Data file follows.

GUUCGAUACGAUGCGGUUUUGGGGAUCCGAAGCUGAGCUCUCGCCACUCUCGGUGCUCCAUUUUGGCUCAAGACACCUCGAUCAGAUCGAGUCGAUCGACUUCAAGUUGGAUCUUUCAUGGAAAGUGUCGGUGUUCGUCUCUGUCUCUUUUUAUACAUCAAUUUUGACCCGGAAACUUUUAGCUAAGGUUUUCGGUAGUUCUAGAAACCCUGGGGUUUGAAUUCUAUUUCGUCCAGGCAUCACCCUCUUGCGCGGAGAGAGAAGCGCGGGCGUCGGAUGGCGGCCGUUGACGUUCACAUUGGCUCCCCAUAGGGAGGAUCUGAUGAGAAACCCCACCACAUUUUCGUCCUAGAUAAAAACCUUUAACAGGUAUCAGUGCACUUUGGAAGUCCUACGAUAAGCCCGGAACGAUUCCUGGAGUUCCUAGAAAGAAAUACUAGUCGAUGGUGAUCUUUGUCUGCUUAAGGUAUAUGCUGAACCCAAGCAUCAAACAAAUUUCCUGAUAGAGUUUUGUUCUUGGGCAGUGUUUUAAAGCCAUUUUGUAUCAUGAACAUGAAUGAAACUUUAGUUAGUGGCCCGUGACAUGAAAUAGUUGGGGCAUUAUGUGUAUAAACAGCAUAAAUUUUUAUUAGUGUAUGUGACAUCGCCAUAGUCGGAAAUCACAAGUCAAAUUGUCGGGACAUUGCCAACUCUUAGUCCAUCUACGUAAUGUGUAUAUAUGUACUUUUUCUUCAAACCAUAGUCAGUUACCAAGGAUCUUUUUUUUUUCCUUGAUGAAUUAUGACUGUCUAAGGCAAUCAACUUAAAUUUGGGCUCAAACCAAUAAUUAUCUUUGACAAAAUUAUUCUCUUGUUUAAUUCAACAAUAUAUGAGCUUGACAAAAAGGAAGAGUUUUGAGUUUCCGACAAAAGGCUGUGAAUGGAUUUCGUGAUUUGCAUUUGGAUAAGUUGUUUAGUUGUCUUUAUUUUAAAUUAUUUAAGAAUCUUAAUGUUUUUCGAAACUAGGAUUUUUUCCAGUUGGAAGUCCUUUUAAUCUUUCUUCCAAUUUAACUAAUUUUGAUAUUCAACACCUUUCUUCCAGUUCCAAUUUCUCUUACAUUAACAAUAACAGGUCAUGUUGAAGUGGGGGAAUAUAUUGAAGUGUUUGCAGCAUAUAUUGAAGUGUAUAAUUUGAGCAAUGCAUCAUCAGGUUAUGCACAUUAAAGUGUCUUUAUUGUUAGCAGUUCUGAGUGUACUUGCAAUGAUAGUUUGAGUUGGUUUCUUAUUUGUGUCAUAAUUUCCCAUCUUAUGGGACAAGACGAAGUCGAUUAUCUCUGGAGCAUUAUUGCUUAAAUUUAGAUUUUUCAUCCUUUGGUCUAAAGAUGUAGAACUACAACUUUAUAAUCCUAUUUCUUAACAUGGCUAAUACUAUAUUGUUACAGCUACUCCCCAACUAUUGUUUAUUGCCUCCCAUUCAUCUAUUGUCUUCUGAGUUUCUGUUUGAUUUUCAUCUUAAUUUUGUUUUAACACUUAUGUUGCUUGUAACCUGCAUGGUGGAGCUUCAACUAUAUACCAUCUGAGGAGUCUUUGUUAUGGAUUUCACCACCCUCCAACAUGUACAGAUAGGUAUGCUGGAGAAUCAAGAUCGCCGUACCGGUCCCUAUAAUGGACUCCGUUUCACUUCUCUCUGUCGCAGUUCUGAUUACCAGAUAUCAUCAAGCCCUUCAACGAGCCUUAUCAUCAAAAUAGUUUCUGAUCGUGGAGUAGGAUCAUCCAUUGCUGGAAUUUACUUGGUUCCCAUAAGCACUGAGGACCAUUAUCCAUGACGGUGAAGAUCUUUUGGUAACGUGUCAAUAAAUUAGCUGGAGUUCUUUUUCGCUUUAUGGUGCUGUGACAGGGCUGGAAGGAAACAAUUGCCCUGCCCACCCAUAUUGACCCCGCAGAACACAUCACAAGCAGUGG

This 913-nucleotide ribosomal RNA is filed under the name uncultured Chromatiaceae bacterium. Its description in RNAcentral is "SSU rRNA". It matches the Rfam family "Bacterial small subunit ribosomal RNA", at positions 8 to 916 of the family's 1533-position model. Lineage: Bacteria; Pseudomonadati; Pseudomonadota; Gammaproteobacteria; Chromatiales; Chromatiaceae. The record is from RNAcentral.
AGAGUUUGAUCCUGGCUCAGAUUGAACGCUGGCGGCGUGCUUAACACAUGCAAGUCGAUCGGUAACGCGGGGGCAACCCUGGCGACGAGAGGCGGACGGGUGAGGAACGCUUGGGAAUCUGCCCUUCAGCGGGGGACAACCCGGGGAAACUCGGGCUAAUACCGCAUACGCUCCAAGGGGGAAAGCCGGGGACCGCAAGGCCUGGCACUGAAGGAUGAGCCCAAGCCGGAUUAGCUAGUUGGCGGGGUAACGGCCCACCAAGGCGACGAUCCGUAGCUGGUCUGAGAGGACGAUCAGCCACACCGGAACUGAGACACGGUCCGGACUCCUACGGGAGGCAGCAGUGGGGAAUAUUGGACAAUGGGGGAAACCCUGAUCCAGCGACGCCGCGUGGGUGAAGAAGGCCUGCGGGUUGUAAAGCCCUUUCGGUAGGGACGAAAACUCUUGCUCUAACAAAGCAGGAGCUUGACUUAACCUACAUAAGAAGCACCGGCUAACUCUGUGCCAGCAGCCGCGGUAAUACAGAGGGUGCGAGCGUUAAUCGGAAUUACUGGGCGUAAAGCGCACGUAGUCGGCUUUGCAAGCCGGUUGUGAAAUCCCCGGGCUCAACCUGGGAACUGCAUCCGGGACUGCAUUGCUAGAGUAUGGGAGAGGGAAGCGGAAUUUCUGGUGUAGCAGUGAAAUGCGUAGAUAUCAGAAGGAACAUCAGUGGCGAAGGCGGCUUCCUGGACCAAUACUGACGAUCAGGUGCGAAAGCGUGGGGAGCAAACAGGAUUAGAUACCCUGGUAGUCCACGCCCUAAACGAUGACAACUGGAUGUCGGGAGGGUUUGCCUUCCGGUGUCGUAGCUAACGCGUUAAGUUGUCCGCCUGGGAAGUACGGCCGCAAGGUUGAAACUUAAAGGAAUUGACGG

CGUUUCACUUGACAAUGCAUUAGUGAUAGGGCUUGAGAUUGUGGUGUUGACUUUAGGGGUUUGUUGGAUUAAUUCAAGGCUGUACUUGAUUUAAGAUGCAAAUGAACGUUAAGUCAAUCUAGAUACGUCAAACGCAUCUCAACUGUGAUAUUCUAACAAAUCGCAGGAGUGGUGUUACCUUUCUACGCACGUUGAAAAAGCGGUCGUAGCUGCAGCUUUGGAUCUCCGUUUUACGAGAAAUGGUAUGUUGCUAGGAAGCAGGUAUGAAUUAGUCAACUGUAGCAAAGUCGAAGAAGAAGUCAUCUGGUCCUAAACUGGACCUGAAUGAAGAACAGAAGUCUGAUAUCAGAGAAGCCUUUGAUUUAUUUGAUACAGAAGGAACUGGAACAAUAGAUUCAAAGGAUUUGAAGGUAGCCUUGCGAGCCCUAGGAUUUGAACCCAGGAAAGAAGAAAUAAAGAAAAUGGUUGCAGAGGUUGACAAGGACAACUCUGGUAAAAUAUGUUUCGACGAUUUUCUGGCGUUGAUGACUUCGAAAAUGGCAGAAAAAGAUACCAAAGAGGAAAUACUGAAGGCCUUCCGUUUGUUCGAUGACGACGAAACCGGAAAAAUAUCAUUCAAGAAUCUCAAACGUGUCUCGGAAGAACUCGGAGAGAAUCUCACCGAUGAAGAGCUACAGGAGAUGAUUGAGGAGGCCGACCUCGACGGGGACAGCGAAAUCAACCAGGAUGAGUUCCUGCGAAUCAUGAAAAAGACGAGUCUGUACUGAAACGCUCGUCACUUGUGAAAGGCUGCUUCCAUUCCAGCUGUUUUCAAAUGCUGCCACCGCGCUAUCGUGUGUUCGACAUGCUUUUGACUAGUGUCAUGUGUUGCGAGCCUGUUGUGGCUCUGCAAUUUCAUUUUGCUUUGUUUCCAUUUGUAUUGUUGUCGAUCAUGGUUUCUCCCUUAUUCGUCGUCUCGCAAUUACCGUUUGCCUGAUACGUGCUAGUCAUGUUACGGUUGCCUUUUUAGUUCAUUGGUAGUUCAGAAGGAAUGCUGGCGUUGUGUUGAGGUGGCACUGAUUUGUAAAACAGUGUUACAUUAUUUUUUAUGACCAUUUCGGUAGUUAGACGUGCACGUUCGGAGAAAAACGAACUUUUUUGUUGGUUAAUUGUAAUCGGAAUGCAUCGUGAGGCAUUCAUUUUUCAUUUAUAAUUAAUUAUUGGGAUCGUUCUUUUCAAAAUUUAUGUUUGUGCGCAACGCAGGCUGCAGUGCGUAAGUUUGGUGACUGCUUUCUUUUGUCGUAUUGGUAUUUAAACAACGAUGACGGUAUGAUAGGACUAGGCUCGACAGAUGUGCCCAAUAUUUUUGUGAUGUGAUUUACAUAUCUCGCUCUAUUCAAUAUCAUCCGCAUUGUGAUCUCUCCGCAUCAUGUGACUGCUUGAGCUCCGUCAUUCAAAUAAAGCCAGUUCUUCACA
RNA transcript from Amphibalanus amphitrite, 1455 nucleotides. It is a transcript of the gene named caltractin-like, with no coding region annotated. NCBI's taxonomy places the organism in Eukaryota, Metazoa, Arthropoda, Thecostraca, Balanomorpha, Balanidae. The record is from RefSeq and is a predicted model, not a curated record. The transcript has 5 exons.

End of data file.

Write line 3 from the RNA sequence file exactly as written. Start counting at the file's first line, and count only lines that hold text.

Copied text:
AGAGUUUGAUCCUGGCUCAGAUUGAACGCUGGCGGCGUGCUUAACACAUGCAAGUCGAUCGGUAACGCGGGGGCAACCCUGGCGACGAGAGGCGGACGGGUGAGGAACGCUUGGGAAUCUGCCCUUCAGCGGGGGACAACCCGGGGAAACUCGGGCUAAUACCGCAUACGCUCCAAGGGGGAAAGCCGGGGACCGCAAGGCCUGGCACUGAAGGAUGAGCCCAAGCCGGAUUAGCUAGUUGGCGGGGUAACGGCCCACCAAGGCGACGAUCCGUAGCUGGUCUGAGAGGACGAUCAGCCACACCGGAACUGAGACACGGUCCGGACUCCUACGGGAGGCAGCAGUGGGGAAUAUUGGACAAUGGGGGAAACCCUGAUCCAGCGACGCCGCGUGGGUGAAGAAGGCCUGCGGGUUGUAAAGCCCUUUCGGUAGGGACGAAAACUCUUGCUCUAACAAAGCAGGAGCUUGACUUAACCUACAUAAGAAGCACCGGCUAACUCUGUGCCAGCAGCCGCGGUAAUACAGAGGGUGCGAGCGUUAAUCGGAAUUACUGGGCGUAAAGCGCACGUAGUCGGCUUUGCAAGCCGGUUGUGAAAUCCCCGGGCUCAACCUGGGAACUGCAUCCGGGACUGCAUUGCUAGAGUAUGGGAGAGGGAAGCGGAAUUUCUGGUGUAGCAGUGAAAUGCGUAGAUAUCAGAAGGAACAUCAGUGGCGAAGGCGGCUUCCUGGACCAAUACUGACGAUCAGGUGCGAAAGCGUGGGGAGCAAACAGGAUUAGAUACCCUGGUAGUCCACGCCCUAAACGAUGACAACUGGAUGUCGGGAGGGUUUGCCUUCCGGUGUCGUAGCUAACGCGUUAAGUUGUCCGCCUGGGAAGUACGGCCGCAAGGUUGAAACUUAAAGGAAUUGACGG